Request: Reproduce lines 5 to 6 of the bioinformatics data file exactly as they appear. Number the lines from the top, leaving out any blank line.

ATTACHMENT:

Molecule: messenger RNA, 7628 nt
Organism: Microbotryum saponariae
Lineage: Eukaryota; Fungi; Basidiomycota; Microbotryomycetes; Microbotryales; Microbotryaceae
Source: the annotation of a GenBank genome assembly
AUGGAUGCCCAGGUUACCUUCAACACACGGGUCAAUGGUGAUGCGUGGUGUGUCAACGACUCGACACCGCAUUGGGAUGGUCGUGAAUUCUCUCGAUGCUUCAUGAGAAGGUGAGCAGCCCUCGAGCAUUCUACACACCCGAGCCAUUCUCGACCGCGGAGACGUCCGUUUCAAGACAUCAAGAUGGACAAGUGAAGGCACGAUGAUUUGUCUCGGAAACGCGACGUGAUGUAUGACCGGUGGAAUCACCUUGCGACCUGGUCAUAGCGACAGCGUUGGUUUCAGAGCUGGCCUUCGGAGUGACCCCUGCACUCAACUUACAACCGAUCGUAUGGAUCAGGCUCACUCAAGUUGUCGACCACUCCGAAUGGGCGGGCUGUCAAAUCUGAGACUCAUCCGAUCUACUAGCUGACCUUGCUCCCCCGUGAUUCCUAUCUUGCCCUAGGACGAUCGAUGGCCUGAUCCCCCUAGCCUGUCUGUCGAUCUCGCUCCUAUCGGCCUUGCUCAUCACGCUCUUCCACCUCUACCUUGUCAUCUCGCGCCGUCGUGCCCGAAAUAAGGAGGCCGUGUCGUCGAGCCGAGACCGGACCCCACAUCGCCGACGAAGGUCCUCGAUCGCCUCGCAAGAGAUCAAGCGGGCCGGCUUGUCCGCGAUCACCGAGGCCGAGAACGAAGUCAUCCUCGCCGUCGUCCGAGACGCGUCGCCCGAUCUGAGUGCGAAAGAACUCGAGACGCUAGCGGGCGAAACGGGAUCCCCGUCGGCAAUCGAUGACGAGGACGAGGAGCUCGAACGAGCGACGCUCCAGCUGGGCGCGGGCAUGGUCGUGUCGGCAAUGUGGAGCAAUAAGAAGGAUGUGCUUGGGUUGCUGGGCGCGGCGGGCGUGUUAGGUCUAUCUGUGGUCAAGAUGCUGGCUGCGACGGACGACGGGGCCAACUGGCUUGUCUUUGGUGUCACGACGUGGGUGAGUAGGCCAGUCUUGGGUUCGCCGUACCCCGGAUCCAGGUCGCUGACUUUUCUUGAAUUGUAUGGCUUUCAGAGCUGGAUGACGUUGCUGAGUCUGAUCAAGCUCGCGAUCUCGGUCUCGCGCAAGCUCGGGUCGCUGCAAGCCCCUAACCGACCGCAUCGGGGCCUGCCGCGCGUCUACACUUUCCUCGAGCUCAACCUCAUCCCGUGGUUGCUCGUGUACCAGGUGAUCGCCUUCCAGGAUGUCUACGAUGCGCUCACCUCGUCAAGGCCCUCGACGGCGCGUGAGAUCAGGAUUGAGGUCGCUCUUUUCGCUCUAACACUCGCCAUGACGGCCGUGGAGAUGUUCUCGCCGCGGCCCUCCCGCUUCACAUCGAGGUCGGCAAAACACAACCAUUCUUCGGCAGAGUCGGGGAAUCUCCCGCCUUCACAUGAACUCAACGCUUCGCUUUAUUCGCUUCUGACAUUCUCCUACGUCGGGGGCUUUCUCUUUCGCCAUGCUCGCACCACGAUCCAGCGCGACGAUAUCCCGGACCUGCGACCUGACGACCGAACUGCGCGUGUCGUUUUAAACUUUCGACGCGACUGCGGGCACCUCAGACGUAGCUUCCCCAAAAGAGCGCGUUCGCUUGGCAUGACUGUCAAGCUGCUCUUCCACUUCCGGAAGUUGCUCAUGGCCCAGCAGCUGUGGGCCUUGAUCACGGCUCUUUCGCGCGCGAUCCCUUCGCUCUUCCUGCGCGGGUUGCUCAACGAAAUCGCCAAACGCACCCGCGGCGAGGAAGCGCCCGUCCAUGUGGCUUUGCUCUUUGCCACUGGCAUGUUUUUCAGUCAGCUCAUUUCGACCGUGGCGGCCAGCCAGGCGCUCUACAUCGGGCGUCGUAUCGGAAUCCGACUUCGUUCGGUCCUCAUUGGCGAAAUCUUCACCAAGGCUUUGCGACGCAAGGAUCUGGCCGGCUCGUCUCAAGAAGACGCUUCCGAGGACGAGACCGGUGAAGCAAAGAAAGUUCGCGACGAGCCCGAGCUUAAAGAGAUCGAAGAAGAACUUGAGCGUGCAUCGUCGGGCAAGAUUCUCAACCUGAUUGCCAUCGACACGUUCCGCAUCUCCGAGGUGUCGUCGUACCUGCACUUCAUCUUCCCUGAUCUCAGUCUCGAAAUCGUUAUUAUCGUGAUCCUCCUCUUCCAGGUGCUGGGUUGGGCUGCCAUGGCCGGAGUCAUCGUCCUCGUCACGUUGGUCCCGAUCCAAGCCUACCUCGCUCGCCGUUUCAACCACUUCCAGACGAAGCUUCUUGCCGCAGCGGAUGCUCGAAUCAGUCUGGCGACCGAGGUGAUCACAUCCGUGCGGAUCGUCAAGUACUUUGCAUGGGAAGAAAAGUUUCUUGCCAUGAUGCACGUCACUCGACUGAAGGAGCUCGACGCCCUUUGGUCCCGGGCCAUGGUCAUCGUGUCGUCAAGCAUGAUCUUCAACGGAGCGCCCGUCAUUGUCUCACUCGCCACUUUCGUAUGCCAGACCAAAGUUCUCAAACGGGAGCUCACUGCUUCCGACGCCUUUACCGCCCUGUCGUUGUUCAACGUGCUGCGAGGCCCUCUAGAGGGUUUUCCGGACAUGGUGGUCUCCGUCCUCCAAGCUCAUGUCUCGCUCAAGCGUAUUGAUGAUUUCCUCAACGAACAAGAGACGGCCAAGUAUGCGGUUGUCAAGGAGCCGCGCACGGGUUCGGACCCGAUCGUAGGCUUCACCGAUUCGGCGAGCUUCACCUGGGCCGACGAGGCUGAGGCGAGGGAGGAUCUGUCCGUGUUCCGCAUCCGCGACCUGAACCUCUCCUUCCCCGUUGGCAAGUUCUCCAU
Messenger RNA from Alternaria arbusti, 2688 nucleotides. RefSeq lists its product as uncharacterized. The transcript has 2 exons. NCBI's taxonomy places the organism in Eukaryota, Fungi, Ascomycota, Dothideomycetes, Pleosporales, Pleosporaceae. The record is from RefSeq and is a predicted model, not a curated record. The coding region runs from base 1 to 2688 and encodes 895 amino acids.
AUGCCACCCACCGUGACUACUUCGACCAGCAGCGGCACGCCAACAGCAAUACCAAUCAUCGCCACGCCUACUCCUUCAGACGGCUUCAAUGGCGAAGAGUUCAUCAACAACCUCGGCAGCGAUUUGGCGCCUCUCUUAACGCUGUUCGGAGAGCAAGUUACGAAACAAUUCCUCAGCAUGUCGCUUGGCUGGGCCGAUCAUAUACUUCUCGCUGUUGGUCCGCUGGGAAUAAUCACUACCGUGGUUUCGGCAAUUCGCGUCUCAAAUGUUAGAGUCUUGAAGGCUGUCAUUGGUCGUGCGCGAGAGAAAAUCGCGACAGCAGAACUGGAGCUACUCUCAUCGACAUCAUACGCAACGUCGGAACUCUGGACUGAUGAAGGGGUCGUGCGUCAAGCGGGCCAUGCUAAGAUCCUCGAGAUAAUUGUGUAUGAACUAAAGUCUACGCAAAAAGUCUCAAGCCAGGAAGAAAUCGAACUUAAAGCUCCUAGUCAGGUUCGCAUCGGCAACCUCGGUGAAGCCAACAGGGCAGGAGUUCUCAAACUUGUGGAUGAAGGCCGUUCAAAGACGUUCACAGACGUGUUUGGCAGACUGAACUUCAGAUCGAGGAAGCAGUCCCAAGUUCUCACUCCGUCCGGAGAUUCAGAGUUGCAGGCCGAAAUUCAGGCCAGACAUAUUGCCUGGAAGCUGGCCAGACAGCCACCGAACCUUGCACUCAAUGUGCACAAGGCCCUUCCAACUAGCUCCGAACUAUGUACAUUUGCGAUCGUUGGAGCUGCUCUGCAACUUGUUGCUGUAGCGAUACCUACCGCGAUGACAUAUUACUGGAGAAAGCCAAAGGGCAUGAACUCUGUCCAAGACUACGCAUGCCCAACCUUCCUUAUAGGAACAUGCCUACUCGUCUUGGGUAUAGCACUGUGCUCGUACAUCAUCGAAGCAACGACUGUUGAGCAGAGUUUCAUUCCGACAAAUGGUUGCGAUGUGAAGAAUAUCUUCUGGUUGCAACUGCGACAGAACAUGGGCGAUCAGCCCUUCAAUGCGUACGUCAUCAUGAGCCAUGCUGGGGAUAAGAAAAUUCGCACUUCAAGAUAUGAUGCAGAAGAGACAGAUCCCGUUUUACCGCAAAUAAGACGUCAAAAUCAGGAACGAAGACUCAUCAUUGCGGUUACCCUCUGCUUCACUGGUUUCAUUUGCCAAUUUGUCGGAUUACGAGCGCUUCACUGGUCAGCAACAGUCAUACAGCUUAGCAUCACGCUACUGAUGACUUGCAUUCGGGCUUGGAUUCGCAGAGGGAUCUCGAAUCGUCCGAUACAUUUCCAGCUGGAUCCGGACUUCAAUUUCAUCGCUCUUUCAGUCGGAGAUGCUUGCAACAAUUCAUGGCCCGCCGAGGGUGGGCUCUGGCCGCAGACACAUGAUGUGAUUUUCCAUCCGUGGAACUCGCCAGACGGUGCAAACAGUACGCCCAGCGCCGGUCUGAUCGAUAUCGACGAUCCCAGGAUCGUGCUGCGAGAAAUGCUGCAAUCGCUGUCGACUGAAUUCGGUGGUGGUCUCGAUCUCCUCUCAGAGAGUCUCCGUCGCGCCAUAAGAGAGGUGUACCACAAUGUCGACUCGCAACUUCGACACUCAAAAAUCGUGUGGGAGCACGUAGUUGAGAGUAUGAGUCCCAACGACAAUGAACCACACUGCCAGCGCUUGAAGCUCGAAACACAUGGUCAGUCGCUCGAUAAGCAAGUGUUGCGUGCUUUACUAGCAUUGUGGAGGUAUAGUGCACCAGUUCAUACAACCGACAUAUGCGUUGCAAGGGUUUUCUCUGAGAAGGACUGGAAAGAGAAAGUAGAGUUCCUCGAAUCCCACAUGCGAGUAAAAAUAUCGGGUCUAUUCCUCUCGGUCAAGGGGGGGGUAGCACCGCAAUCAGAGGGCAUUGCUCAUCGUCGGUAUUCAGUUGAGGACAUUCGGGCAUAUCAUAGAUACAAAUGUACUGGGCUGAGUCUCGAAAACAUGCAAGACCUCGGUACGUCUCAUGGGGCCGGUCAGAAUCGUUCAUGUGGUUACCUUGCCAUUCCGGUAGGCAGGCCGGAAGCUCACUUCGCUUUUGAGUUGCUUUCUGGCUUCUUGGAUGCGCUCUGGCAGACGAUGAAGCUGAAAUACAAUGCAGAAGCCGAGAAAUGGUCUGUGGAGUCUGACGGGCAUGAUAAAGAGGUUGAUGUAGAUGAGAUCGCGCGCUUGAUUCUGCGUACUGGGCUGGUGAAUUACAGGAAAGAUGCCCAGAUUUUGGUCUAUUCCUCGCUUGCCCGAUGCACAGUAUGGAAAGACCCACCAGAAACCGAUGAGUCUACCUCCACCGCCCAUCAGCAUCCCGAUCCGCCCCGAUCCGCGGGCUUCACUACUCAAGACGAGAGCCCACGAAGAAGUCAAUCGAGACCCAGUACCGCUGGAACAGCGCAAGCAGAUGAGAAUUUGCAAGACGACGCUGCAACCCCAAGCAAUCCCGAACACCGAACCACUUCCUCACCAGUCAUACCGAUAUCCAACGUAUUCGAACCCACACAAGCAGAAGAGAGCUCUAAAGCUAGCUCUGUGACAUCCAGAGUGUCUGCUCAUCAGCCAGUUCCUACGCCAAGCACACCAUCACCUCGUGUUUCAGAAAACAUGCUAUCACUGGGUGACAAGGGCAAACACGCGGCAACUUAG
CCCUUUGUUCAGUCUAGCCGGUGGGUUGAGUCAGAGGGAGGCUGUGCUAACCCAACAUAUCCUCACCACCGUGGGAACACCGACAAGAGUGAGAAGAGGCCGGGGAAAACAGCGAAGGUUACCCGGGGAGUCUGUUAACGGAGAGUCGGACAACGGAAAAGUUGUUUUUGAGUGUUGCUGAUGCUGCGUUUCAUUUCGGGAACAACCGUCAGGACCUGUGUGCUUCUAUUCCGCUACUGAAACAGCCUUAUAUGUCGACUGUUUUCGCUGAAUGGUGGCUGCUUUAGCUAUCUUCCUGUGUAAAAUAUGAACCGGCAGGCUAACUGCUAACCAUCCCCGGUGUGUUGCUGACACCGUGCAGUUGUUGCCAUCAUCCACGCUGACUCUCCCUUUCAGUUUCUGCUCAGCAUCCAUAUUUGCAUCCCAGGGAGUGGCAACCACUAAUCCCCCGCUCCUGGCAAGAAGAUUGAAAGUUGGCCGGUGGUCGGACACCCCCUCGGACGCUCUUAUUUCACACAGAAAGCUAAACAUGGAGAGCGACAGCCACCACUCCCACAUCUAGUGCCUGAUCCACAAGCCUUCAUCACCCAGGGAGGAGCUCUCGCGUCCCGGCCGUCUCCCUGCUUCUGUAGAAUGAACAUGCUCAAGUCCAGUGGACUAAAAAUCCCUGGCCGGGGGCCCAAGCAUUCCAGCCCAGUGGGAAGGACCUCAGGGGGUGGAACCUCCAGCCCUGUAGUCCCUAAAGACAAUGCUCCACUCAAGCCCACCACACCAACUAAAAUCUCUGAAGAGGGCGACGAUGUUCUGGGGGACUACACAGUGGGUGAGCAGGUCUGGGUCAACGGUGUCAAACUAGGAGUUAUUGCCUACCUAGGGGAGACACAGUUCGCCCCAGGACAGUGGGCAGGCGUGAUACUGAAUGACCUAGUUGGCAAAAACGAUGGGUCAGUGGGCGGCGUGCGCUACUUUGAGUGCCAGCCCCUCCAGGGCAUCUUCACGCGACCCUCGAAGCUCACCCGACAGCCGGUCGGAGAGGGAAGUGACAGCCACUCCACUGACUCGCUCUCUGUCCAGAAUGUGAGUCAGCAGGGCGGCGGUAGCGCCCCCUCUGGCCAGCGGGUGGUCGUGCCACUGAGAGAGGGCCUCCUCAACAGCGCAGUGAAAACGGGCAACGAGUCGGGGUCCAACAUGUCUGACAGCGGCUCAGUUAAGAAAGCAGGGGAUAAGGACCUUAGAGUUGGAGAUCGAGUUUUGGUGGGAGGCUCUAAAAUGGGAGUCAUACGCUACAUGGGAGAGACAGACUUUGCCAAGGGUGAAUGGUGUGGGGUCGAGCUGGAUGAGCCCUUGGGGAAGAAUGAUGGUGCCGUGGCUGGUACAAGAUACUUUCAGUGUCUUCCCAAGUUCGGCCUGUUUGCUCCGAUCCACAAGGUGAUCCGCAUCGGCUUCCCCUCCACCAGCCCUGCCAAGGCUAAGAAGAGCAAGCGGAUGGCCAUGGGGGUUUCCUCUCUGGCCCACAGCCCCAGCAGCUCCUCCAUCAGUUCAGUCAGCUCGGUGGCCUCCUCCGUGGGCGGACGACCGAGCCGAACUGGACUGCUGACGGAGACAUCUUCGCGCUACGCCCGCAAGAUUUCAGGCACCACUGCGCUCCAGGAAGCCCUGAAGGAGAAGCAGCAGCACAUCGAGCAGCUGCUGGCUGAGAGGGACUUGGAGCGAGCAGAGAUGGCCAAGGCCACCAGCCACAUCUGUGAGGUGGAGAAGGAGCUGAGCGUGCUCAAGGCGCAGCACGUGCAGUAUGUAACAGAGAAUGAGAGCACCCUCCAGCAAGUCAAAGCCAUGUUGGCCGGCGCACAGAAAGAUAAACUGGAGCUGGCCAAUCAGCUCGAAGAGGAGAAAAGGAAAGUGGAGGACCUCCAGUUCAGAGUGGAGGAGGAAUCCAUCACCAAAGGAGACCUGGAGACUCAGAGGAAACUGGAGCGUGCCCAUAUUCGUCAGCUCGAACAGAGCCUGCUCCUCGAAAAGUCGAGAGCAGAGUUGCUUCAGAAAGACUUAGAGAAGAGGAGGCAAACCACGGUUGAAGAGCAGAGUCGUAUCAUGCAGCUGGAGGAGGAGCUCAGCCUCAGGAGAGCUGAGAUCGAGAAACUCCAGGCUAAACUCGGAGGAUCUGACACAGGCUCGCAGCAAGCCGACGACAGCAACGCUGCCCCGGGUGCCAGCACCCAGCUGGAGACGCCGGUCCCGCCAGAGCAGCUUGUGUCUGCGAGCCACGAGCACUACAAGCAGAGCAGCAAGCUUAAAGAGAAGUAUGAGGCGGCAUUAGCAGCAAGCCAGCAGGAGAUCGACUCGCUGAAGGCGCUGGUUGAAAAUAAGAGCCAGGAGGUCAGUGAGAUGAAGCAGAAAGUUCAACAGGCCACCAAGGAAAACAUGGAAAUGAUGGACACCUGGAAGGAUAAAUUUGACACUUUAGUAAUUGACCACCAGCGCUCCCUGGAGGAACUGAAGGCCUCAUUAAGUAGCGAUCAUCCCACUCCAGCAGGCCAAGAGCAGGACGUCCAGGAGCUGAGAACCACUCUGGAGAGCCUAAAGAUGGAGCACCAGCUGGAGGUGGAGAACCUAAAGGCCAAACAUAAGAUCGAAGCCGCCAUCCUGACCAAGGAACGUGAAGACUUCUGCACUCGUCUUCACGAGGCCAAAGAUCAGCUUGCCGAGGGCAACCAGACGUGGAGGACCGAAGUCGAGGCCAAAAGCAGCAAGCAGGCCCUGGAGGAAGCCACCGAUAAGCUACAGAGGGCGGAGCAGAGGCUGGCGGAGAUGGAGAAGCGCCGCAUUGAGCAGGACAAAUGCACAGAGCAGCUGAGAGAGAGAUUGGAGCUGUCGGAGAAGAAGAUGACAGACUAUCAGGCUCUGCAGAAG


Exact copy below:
AUGGAUGCCCAGGUUACCUUCAACACACGGGUCAAUGGUGAUGCGUGGUGUGUCAACGACUCGACACCGCAUUGGGAUGGUCGUGAAUUCUCUCGAUGCUUCAUGAGAAGGUGAGCAGCCCUCGAGCAUUCUACACACCCGAGCCAUUCUCGACCGCGGAGACGUCCGUUUCAAGACAUCAAGAUGGACAAGUGAAGGCACGAUGAUUUGUCUCGGAAACGCGACGUGAUGUAUGACCGGUGGAAUCACCUUGCGACCUGGUCAUAGCGACAGCGUUGGUUUCAGAGCUGGCCUUCGGAGUGACCCCUGCACUCAACUUACAACCGAUCGUAUGGAUCAGGCUCACUCAAGUUGUCGACCACUCCGAAUGGGCGGGCUGUCAAAUCUGAGACUCAUCCGAUCUACUAGCUGACCUUGCUCCCCCGUGAUUCCUAUCUUGCCCUAGGACGAUCGAUGGCCUGAUCCCCCUAGCCUGUCUGUCGAUCUCGCUCCUAUCGGCCUUGCUCAUCACGCUCUUCCACCUCUACCUUGUCAUCUCGCGCCGUCGUGCCCGAAAUAAGGAGGCCGUGUCGUCGAGCCGAGACCGGACCCCACAUCGCCGACGAAGGUCCUCGAUCGCCUCGCAAGAGAUCAAGCGGGCCGGCUUGUCCGCGAUCACCGAGGCCGAGAACGAAGUCAUCCUCGCCGUCGUCCGAGACGCGUCGCCCGAUCUGAGUGCGAAAGAACUCGAGACGCUAGCGGGCGAAACGGGAUCCCCGUCGGCAAUCGAUGACGAGGACGAGGAGCUCGAACGAGCGACGCUCCAGCUGGGCGCGGGCAUGGUCGUGUCGGCAAUGUGGAGCAAUAAGAAGGAUGUGCUUGGGUUGCUGGGCGCGGCGGGCGUGUUAGGUCUAUCUGUGGUCAAGAUGCUGGCUGCGACGGACGACGGGGCCAACUGGCUUGUCUUUGGUGUCACGACGUGGGUGAGUAGGCCAGUCUUGGGUUCGCCGUACCCCGGAUCCAGGUCGCUGACUUUUCUUGAAUUGUAUGGCUUUCAGAGCUGGAUGACGUUGCUGAGUCUGAUCAAGCUCGCGAUCUCGGUCUCGCGCAAGCUCGGGUCGCUGCAAGCCCCUAACCGACCGCAUCGGGGCCUGCCGCGCGUCUACACUUUCCUCGAGCUCAACCUCAUCCCGUGGUUGCUCGUGUACCAGGUGAUCGCCUUCCAGGAUGUCUACGAUGCGCUCACCUCGUCAAGGCCCUCGACGGCGCGUGAGAUCAGGAUUGAGGUCGCUCUUUUCGCUCUAACACUCGCCAUGACGGCCGUGGAGAUGUUCUCGCCGCGGCCCUCCCGCUUCACAUCGAGGUCGGCAAAACACAACCAUUCUUCGGCAGAGUCGGGGAAUCUCCCGCCUUCACAUGAACUCAACGCUUCGCUUUAUUCGCUUCUGACAUUCUCCUACGUCGGGGGCUUUCUCUUUCGCCAUGCUCGCACCACGAUCCAGCGCGACGAUAUCCCGGACCUGCGACCUGACGACCGAACUGCGCGUGUCGUUUUAAACUUUCGACGCGACUGCGGGCACCUCAGACGUAGCUUCCCCAAAAGAGCGCGUUCGCUUGGCAUGACUGUCAAGCUGCUCUUCCACUUCCGGAAGUUGCUCAUGGCCCAGCAGCUGUGGGCCUUGAUCACGGCUCUUUCGCGCGCGAUCCCUUCGCUCUUCCUGCGCGGGUUGCUCAACGAAAUCGCCAAACGCACCCGCGGCGAGGAAGCGCCCGUCCAUGUGGCUUUGCUCUUUGCCACUGGCAUGUUUUUCAGUCAGCUCAUUUCGACCGUGGCGGCCAGCCAGGCGCUCUACAUCGGGCGUCGUAUCGGAAUCCGACUUCGUUCGGUCCUCAUUGGCGAAAUCUUCACCAAGGCUUUGCGACGCAAGGAUCUGGCCGGCUCGUCUCAAGAAGACGCUUCCGAGGACGAGACCGGUGAAGCAAAGAAAGUUCGCGACGAGCCCGAGCUUAAAGAGAUCGAAGAAGAACUUGAGCGUGCAUCGUCGGGCAAGAUUCUCAACCUGAUUGCCAUCGACACGUUCCGCAUCUCCGAGGUGUCGUCGUACCUGCACUUCAUCUUCCCUGAUCUCAGUCUCGAAAUCGUUAUUAUCGUGAUCCUCCUCUUCCAGGUGCUGGGUUGGGCUGCCAUGGCCGGAGUCAUCGUCCUCGUCACGUUGGUCCCGAUCCAAGCCUACCUCGCUCGCCGUUUCAACCACUUCCAGACGAAGCUUCUUGCCGCAGCGGAUGCUCGAAUCAGUCUGGCGACCGAGGUGAUCACAUCCGUGCGGAUCGUCAAGUACUUUGCAUGGGAAGAAAAGUUUCUUGCCAUGAUGCACGUCACUCGACUGAAGGAGCUCGACGCCCUUUGGUCCCGGGCCAUGGUCAUCGUGUCGUCAAGCAUGAUCUUCAACGGAGCGCCCGUCAUUGUCUCACUCGCCACUUUCGUAUGCCAGACCAAAGUUCUCAAACGGGAGCUCACUGCUUCCGACGCCUUUACCGCCCUGUCGUUGUUCAACGUGCUGCGAGGCCCUCUAGAGGGUUUUCCGGACAUGGUGGUCUCCGUCCUCCAAGCUCAUGUCUCGCUCAAGCGUAUUGAUGAUUUCCUCAACGAACAAGAGACGGCCAAGUAUGCGGUUGUCAAGGAGCCGCGCACGGGUUCGGACCCGAUCGUAGGCUUCACCGAUUCGGCGAGCUUCACCUGGGCCGACGAGGCUGAGGCGAGGGAGGAUCUGUCCGUGUUCCGCAUCCGCGACCUGAACCUCUCCUUCCCCGUUGGCAAGUUCUCCAU
Messenger RNA from Alternaria arbusti, 2688 nucleotides. RefSeq lists its product as uncharacterized. The transcript has 2 exons. NCBI's taxonomy places the organism in Eukaryota, Fungi, Ascomycota, Dothideomycetes, Pleosporales, Pleosporaceae. The record is from RefSeq and is a predicted model, not a curated record. The coding region runs from base 1 to 2688 and encodes 895 amino acids.